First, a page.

The annual pilgrimage to catch the barrel-chested salmon of the River Findhorn was, in terms of fish caught, a personal disaster. The whole party only managed two in the week, but the weather was against us. Just when we needed rain in Scotland, it turned into the Gobi Desert. The resident salmon grew black in the fresh water and sulked in the pools; their silver-backed relations, which have an instinct to snatch at a well-presented fly, waited in the estuary.
There was plenty of time to watch the arrival of autumn. The birch trees were blushing yellow and pink, the rowans hung heavy with clusters of ruby-red berries, and, high above, huge skeins of newly arrived geese gabbled their way across soft skies. Walking along the steep banks remained as perilous as ever, the hard granite and unseen slippery deposits both likely to trip you at any moment.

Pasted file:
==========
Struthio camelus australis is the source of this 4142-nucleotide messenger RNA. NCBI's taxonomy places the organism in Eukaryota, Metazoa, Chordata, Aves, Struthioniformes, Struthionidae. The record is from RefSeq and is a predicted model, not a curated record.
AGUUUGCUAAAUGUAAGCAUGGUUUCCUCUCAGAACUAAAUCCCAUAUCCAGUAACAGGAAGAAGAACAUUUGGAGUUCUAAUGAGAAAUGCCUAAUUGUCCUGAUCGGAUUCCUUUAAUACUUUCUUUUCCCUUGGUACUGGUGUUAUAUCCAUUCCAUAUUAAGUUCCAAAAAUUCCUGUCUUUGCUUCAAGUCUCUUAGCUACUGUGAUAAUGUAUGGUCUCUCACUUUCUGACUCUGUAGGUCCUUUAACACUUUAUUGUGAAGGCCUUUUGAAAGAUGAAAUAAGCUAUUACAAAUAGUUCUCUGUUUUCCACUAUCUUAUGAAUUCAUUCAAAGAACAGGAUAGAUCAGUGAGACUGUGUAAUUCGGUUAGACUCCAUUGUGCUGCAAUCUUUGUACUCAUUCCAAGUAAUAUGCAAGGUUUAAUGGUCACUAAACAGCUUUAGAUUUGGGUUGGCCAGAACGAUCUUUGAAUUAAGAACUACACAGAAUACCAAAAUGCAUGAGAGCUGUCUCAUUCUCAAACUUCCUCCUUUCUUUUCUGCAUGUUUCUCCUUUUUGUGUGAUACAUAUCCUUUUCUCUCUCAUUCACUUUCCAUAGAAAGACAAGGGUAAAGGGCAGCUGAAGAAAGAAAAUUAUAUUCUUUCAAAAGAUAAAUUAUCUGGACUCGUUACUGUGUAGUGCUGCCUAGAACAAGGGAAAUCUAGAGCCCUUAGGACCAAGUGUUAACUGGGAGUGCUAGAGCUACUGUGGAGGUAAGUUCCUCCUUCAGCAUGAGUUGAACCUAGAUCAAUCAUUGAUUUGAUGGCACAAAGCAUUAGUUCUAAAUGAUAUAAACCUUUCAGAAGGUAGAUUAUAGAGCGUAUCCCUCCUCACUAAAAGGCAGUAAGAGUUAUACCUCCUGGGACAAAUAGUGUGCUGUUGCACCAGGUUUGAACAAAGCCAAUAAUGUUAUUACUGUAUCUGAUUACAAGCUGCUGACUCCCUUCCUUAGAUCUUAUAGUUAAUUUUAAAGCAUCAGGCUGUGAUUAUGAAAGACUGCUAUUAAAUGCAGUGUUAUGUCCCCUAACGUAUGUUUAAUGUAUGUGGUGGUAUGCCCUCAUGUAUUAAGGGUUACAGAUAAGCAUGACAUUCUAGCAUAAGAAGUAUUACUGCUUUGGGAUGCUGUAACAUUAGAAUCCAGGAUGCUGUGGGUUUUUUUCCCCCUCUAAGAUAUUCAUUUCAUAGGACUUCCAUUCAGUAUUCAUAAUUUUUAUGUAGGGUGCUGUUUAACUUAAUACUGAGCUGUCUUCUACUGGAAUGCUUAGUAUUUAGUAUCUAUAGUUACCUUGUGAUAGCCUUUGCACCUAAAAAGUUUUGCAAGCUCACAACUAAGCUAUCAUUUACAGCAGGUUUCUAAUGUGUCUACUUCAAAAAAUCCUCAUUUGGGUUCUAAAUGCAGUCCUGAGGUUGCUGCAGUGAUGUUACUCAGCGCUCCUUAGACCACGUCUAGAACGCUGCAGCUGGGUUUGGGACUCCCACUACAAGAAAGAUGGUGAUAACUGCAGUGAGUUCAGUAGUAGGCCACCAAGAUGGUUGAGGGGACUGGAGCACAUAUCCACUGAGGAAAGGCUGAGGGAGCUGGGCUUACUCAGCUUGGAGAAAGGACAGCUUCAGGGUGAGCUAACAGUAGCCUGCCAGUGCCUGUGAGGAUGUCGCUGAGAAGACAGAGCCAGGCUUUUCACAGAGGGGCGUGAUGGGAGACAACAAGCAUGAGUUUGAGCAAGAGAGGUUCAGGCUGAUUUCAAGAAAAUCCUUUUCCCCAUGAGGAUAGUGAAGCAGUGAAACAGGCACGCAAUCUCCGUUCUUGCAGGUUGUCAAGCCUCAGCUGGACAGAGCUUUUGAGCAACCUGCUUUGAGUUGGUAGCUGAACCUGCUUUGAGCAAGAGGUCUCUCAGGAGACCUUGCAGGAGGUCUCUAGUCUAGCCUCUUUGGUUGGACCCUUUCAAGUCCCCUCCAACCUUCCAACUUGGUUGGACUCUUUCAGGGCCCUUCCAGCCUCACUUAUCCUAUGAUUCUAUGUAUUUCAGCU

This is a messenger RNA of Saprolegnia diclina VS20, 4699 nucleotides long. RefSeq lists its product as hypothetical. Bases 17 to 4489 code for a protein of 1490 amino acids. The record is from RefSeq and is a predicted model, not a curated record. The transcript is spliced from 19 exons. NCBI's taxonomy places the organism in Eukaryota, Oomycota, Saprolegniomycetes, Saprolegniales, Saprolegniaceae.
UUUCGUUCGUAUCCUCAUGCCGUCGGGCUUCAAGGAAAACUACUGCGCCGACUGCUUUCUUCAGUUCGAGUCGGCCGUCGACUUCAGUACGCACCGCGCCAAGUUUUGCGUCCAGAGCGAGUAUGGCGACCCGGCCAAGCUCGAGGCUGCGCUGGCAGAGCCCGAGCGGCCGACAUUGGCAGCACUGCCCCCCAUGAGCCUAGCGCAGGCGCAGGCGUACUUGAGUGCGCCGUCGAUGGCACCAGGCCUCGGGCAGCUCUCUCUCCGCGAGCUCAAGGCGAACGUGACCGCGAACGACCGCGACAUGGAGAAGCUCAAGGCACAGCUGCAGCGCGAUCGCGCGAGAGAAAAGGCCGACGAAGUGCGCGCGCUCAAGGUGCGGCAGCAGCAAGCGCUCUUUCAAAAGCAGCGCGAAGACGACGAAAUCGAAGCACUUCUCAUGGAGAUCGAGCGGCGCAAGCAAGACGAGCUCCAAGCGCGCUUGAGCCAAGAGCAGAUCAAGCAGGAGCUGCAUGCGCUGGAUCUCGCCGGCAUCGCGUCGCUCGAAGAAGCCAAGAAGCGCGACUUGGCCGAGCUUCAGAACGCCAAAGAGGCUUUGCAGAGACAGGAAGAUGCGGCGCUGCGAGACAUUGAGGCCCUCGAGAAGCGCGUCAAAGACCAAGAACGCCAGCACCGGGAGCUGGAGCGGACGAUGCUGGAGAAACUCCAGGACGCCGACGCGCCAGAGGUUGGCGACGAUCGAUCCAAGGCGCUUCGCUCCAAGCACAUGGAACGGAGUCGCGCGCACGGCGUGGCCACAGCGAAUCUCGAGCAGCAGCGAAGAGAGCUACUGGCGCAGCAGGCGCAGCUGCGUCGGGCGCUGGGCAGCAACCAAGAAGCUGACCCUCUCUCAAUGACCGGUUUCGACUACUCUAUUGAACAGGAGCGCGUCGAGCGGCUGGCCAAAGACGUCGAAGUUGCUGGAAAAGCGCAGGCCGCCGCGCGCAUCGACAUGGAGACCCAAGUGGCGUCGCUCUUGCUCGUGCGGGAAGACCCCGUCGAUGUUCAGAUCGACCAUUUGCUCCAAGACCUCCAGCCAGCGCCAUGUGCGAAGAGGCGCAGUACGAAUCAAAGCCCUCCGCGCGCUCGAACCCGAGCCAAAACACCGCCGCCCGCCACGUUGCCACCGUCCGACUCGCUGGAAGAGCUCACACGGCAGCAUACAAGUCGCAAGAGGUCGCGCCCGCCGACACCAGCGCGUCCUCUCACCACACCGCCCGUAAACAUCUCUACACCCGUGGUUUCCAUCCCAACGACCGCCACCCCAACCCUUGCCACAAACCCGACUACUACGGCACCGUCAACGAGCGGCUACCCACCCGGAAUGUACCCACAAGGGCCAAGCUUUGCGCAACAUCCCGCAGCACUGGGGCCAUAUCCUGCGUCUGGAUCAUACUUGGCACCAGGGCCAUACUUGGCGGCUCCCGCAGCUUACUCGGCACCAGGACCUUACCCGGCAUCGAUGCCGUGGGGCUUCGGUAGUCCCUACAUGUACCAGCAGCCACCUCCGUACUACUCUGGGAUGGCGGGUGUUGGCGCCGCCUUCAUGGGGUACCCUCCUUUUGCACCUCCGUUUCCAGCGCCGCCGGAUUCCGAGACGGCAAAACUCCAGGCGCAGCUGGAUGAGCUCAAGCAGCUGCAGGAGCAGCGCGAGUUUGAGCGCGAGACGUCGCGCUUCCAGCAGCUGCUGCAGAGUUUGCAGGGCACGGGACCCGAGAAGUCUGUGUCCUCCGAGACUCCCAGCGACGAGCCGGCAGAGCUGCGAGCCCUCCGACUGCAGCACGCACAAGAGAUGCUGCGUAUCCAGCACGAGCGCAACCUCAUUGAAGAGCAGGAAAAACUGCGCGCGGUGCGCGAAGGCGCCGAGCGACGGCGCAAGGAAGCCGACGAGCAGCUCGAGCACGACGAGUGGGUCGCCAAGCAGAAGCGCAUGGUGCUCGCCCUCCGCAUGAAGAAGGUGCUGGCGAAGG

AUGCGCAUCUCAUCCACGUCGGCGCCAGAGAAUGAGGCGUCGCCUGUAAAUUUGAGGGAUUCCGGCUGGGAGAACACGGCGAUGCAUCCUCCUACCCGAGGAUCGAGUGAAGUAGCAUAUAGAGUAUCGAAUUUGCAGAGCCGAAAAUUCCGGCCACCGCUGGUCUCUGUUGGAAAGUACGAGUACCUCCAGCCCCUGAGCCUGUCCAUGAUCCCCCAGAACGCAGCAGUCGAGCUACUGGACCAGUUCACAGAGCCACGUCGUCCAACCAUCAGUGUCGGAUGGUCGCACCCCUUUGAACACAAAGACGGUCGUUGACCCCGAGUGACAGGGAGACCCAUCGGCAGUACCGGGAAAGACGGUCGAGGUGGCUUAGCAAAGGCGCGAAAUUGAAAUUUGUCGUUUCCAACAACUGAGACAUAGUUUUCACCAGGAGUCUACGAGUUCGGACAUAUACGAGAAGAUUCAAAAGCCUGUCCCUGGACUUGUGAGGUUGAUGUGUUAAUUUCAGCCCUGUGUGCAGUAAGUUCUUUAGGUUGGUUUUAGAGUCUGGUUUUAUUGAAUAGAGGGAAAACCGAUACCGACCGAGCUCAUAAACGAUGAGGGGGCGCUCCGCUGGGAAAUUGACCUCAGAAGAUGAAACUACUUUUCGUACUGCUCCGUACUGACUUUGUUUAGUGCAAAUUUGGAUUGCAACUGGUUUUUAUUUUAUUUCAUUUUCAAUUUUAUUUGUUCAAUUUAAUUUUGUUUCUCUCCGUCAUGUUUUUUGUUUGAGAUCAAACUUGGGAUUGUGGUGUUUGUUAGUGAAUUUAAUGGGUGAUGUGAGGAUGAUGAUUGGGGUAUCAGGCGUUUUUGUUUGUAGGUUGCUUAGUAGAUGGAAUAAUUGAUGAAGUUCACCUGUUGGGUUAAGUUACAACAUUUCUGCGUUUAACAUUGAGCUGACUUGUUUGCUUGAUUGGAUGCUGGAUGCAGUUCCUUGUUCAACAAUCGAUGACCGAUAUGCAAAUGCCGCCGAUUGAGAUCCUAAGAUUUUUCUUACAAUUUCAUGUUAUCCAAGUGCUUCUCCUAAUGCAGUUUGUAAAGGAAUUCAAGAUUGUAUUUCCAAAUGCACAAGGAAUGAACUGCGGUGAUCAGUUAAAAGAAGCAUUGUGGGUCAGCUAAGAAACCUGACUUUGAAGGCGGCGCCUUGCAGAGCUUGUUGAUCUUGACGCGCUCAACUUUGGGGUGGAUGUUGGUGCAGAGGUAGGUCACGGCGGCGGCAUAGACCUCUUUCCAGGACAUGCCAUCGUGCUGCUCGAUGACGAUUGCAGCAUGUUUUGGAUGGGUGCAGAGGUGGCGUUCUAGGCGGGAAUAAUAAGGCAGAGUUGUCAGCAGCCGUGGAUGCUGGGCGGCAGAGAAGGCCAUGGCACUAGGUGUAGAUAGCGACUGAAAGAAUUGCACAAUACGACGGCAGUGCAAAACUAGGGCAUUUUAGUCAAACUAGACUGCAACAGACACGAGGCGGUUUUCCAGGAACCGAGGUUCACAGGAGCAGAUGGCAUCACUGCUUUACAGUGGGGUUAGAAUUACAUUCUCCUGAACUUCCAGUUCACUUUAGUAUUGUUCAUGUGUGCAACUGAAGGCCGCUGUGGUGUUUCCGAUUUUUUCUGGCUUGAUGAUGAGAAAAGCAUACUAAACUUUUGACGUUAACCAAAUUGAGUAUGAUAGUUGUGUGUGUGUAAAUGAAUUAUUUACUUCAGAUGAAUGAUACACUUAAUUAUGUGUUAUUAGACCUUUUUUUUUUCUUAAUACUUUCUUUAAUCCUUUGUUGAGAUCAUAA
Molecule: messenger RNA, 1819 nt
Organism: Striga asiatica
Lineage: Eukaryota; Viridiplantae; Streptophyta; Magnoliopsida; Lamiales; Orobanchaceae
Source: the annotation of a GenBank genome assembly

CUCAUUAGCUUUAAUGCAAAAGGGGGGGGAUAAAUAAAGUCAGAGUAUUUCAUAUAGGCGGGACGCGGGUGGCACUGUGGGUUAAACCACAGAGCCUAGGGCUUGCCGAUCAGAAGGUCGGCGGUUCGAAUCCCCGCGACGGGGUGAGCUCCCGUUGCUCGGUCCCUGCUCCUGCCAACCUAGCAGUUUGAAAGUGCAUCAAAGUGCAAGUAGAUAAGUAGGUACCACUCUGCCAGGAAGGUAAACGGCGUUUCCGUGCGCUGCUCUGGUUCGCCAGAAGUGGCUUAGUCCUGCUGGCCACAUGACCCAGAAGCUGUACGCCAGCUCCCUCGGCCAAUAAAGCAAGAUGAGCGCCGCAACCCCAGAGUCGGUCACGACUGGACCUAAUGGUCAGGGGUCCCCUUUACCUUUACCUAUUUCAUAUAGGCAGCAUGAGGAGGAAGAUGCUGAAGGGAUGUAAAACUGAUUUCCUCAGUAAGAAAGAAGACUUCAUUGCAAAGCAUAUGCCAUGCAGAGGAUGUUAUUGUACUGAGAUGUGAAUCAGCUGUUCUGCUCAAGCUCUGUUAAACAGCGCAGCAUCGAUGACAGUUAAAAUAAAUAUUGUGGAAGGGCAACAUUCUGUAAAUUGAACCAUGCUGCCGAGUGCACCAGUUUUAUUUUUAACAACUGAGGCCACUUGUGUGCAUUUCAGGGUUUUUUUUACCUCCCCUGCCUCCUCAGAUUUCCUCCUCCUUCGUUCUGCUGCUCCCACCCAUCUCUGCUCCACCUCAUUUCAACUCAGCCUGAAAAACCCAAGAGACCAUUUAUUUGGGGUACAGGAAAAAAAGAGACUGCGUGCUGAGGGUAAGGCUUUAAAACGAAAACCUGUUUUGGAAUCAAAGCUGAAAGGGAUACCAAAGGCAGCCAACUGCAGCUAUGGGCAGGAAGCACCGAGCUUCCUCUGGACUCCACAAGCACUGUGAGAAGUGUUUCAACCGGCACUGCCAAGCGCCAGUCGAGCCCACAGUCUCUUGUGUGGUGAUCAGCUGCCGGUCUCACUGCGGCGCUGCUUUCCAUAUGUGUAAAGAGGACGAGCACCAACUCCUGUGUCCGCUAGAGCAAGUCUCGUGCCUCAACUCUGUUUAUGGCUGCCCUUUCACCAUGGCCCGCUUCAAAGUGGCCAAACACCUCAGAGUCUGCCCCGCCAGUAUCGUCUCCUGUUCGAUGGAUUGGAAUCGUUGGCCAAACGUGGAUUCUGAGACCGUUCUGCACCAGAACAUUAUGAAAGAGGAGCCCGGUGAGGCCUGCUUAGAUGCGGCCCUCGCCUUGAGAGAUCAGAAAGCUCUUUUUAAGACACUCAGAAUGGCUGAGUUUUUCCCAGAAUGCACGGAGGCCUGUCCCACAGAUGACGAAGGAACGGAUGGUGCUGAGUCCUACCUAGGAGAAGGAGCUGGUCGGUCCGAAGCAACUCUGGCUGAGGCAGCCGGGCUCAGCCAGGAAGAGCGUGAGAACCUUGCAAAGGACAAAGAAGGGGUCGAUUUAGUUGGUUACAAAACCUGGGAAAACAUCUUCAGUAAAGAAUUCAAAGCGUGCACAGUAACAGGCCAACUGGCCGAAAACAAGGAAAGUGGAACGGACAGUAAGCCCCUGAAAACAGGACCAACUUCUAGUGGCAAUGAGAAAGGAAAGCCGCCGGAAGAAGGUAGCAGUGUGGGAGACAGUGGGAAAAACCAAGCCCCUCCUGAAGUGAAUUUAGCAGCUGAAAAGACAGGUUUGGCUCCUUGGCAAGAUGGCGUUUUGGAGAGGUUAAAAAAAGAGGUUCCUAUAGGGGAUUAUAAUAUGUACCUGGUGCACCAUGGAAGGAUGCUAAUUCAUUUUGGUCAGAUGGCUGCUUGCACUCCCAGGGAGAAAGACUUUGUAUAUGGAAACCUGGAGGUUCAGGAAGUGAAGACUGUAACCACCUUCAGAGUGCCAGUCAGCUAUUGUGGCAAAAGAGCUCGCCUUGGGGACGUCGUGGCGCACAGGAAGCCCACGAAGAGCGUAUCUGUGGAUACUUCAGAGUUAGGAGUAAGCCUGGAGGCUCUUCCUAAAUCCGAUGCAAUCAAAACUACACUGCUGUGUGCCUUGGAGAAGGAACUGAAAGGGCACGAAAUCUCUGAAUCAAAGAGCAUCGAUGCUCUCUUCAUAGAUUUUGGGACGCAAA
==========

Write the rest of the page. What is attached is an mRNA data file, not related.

Once, I met a red squirrel, just a few yards in front of me. We stared at each other for several minutes before we went our separate ways. One day, the grey squirrels will arrive and little Nutkin will disappear forever, for, unlike the salmon, he needs more than rain to be persuaded to stay in what has been his home for thousands of years. His fate is like a ticking time bomb unless the greys can be stopped.